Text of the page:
Does using vision utilities acquired from surrogate (nonpatient) individuals and/or vision utility gains limited by systemic comorbidity utility affect preference-based comparative effectiveness and cost-effectiveness of ophthalmic interventions?
In this economic evaluation, cost-utility analyses of cataract surgery and neovascular age-related macular degeneration therapy using nonpatient vision utilities and/or vision utility gain limited to the systemic comorbidity utility level decreased preference-based comparative effectiveness and cost-effectiveness, potentially biasing against disabled, elderly, and minority populations.
Bias against ophthalmic interventional comparative effectiveness and cost-effectiveness can theoretically limit advantageous patient interventions, decrease cost-utility analysis acceptance in US public policy, reduce ophthalmic research dollars, diminish interventional reimbursement, and lessen therapeutic advances.
Select research methods in cost-utility analysis (incremental cost-effectiveness analysis) might potentially bias against patient value (quality-adjusted life-year [QALY]) gain and cost-effectiveness associated with common ophthalmic interventions in disabled, elderly, and African American populations.
To ascertain whether using nonpatient vision utilities and/or a maximum limit model constraining vision utility gain to the systemic comorbidity utility level biases against ophthalmic cost-utility outcomes.
Design, Setting, and Participants
This economic evaluation predominantly used data from the Center for Value-Based Medicine database to perform preference-based comparative effectiveness and cost-utility analyses for cataract surgery and intravitreal ranibizumab therapy for neovascular age-related macular degeneration (NVAMD) using vision utilities acquired from patients with ophthalmic disease (ophthalmic patient utilities) and from surrogate individuals (nonophthalmic patient vision utilities) with and without integrating systemic comorbidity utility limits on vision utility gain. Ophthalmic patient data were collected from January 1, 2000, to December 31, 2016, and analyzed from April 1 to July 1, 2020.
Cost-utility analysis with 3% discount rate in 2018 US dollars.
Main Outcomes and Measures
QALY gains and dollars expended per QALY gain (the cost-utility ratio).
A total of 309 participants in the nonophthalmic patient cohort and 505 patients in the ophthalmic patient cohort were included. A reference case of first-eye cataract surgery using ophthalmic patient vision utilities and no systemic comorbidity utility limits yielded a 2.574 (34.2%) QALY gain vs observation. Substituting nonophthalmic patient utilities resulted in a 1.502 (15.5%) QALY gain, whereas using the 0.76 patient systemic comorbidity utility to limit cataract surgery vision utility gain yielded a 1.337 (17.8%) QALY gain. Using both nonophthalmic patient utilities and systemic comorbidity utility limits yielded a 0.839 (8.7%) QALY gain. The substitutions decreased cataract surgery cost-effectiveness by 71.3% (95% CI, 70.6%-72.1%) for nonophthalmic patient utilities, 92.5% (95% CI, 51.9%-133.1%) for patient systemic comorbidity utility, and 206.8% (95% CI, 202.6%-211.2%) for both. The NVAMD ranibizumab therapy reference case yielded a 1.339 (26.1%) QALY gain. Similar substitutions resulted in QALY gains of 1.164 (22.7%) for nonophthalmic patient utilities while reducing cost-effectiveness by 16.4%, 1.001 (19.5%) for systematic-limiting comorbidity utility while reducing cost-effectiveness by 33.8%, and 0.971 (18.9%) for both while reducing cost-effectiveness by 37.9%.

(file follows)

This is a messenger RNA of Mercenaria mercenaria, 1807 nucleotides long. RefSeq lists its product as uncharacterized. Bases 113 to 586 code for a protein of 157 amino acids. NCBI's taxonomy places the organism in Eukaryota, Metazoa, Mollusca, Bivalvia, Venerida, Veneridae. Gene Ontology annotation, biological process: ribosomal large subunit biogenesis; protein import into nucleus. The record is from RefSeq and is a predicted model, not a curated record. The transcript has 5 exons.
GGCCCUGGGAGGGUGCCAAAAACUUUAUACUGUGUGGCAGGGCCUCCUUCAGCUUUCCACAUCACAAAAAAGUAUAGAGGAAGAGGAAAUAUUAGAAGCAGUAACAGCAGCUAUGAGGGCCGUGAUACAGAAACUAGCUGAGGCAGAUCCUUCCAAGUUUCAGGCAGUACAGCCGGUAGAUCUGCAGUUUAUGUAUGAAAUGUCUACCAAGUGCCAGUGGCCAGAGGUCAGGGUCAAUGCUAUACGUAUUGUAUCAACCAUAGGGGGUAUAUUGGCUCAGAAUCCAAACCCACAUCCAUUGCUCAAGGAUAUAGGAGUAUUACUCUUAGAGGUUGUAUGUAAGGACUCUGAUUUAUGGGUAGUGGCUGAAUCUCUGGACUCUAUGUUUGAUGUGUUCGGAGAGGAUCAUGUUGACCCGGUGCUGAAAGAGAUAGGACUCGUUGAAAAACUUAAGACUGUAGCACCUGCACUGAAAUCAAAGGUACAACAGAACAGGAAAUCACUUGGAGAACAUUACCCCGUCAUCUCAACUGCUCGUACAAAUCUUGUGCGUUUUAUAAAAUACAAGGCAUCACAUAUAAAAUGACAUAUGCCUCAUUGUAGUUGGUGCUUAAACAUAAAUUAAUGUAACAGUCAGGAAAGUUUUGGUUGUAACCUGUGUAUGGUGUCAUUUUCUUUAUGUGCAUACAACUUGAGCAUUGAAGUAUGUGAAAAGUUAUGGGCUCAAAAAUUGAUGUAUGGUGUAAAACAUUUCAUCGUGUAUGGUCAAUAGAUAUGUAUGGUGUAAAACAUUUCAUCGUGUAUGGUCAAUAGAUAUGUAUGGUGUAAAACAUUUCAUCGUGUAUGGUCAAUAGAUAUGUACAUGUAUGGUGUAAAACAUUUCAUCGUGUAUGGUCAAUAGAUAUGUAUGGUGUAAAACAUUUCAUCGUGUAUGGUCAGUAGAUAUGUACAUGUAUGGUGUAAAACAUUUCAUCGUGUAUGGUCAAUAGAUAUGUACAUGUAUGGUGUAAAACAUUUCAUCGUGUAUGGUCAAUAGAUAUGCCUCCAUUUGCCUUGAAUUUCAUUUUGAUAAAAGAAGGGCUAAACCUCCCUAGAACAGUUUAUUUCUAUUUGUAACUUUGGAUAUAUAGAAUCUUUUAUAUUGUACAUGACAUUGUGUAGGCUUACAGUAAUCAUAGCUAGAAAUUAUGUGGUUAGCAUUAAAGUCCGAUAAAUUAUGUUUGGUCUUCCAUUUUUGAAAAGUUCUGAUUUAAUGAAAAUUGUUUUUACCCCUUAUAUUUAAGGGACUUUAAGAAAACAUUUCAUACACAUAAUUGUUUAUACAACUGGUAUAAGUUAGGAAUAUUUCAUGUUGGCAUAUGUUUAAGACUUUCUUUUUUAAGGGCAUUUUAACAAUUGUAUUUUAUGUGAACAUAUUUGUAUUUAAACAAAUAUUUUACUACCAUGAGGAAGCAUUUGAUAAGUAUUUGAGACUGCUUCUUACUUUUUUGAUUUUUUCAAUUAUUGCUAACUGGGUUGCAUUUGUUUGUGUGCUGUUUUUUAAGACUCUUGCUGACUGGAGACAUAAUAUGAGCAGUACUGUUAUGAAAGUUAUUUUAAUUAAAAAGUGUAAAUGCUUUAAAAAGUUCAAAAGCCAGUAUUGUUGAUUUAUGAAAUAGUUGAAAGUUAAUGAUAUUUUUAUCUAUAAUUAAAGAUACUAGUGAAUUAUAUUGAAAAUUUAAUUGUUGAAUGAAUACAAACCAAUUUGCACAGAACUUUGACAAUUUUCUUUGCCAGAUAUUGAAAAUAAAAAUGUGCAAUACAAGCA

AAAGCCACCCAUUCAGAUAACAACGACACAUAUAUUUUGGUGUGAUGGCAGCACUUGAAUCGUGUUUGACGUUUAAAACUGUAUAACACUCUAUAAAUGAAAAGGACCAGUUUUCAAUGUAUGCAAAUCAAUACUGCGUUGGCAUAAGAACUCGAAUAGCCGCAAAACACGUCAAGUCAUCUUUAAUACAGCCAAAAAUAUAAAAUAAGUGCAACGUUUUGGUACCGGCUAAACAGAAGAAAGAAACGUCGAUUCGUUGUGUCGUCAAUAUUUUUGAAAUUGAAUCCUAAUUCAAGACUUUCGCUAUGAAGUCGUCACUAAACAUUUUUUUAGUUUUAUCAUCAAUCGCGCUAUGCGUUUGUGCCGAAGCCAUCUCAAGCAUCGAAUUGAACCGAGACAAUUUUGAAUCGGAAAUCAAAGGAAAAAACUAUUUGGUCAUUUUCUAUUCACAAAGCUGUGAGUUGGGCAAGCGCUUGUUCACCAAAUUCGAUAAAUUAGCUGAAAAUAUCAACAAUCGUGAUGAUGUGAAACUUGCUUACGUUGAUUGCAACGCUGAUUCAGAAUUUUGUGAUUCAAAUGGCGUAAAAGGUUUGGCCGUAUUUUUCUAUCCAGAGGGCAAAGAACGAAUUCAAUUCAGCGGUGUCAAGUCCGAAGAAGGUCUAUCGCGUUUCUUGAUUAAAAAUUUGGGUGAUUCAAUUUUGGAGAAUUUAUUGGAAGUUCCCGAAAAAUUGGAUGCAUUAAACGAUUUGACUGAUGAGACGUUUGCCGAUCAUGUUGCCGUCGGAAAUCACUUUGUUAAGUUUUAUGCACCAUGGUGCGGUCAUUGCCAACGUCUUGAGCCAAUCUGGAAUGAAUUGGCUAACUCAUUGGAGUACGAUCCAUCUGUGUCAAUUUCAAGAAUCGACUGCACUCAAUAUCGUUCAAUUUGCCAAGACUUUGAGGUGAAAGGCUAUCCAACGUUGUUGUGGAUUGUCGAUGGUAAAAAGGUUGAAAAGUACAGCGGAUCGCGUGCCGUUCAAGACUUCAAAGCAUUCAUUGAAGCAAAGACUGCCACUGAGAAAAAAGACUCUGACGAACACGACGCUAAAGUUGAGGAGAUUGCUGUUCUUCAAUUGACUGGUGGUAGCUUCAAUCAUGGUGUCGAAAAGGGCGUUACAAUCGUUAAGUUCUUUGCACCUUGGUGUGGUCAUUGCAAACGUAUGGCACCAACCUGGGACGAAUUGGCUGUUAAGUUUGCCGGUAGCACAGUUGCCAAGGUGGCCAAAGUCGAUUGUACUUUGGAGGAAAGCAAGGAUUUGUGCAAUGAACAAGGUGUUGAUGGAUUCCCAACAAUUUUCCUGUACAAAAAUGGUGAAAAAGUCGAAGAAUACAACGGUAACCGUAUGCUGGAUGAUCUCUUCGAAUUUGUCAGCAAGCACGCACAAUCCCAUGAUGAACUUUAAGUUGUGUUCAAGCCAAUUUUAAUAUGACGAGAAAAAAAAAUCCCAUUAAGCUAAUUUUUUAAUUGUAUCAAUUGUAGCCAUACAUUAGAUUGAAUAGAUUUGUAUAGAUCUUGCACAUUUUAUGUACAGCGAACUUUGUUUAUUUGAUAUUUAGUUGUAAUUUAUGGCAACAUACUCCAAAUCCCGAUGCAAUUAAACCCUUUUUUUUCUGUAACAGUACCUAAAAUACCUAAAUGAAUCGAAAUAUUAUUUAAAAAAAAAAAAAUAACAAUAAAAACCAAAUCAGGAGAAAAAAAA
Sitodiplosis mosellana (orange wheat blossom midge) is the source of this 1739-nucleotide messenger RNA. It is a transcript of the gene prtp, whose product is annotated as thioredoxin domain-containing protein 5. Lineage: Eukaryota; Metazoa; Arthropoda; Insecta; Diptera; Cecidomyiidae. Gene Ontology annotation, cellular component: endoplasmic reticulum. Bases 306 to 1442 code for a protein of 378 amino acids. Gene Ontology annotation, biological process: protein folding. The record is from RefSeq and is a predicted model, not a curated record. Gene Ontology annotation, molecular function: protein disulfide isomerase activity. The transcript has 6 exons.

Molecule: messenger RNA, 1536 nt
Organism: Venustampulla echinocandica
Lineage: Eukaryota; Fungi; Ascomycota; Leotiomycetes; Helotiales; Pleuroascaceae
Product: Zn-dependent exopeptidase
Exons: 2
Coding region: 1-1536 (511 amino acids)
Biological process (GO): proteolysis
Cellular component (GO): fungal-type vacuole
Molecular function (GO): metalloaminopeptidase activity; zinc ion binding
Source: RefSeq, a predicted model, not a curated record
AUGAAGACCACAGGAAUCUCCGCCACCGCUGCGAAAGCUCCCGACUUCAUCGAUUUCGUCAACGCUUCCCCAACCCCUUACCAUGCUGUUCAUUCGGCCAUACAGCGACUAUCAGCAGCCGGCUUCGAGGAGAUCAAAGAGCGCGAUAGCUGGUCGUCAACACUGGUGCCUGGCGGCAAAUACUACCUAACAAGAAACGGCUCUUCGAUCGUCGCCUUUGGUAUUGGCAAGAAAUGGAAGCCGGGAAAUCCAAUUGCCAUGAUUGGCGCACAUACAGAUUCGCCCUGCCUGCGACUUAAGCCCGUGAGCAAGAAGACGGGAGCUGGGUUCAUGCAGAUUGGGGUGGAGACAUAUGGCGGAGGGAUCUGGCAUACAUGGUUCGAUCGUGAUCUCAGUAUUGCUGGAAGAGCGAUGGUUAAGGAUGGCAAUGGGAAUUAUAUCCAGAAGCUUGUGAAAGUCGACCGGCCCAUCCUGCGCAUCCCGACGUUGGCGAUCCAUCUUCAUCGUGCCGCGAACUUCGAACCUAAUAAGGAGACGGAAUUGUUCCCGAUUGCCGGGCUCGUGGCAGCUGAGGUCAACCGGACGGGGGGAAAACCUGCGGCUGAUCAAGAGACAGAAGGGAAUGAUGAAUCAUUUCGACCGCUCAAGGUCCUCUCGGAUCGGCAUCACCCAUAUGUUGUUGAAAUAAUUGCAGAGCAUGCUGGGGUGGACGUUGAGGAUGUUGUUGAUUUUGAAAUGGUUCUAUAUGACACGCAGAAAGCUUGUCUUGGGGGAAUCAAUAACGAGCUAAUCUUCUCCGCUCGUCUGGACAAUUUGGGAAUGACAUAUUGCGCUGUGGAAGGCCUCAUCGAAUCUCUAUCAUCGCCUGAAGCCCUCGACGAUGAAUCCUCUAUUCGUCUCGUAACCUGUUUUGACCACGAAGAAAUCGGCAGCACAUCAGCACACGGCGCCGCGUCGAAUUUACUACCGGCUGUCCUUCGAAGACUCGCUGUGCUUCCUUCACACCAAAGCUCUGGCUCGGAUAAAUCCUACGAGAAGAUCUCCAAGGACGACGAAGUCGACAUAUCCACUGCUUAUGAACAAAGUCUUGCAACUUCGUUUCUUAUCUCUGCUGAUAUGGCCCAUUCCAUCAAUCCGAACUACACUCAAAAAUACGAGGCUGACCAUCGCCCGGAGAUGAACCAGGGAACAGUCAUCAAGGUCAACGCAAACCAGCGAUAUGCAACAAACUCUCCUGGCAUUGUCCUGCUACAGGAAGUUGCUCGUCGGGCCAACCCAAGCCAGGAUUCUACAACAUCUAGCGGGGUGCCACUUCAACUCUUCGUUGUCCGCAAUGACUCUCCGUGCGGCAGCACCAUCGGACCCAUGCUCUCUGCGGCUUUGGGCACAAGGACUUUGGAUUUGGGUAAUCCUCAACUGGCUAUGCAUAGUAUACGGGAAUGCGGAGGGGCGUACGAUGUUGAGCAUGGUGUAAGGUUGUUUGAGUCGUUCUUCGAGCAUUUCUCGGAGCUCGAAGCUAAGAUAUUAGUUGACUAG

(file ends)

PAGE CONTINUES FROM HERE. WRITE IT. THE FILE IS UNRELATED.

Conclusions and Relevance
Using nonophthalmic patient vision utilities and/or the maximum limit model of limiting patient utility gains to the population systemic comorbidity utility level resulted in large decreases in patient value (QALY) gain and cost-effectiveness for common ophthalmic interventions. Ophthalmologists should realize these phenomena and consider correcting the potential discrimination against disabled, elderly, and African American populations. This negative potential bias could theoretically result in beneficial intervention denial, less research dollars, curbed therapeutic advances, and decreased interventional reimbursement.
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CME Disclosure Statement: Unless noted, all individuals in control of content reported no relevant financial relationships. If applicable, all relevant financial relationships have been mitigated.
Accepted for Publication: November 12, 2020.
Published Online: February 4, 2021. doi:10.1001/jamaophthalmol.2020.6591
Corresponding Author: Gary C. Brown, MD, MBA, Center for Value-Based Medicine, PO Box 3417, Hilton Head, SC 29928 (firstname.lastname@example.org).
Author Contributions: Dr G. C. Brown had full access to all the data in the study and takes responsibility for the integrity of the data and the accuracy of the data analysis.
Concept and design: G. C. Brown, M. M. Brown.
Acquisition, analysis, or interpretation of data: All authors.
Drafting of the manuscript: G. C. Brown, M. M. Brown.
Critical revision of the manuscript for important intellectual content: All authors.
Statistical analysis: G. C. Brown.
Administrative, technical, or material support: M. M. Brown.
Supervision: M. M. Brown.
Conflict of Interest Disclosures: Dr G. C. Brown reported being a shareholder in the Center for Value-Based Medicine. Dr M. M. Brown reported being a shareholder in the Center for Value-Based Medicine. No other disclosures were reported.
Additional Contributions: Sharon L. Christ, PhD, MS, Department of Human Development and Family Studies at the College of Health and Human Sciences, Purdue University, calculated the life expectancy associated with different levels of visual loss in the best-seeing eye. Dr Christ received no compensation from the authors for this endeavor.
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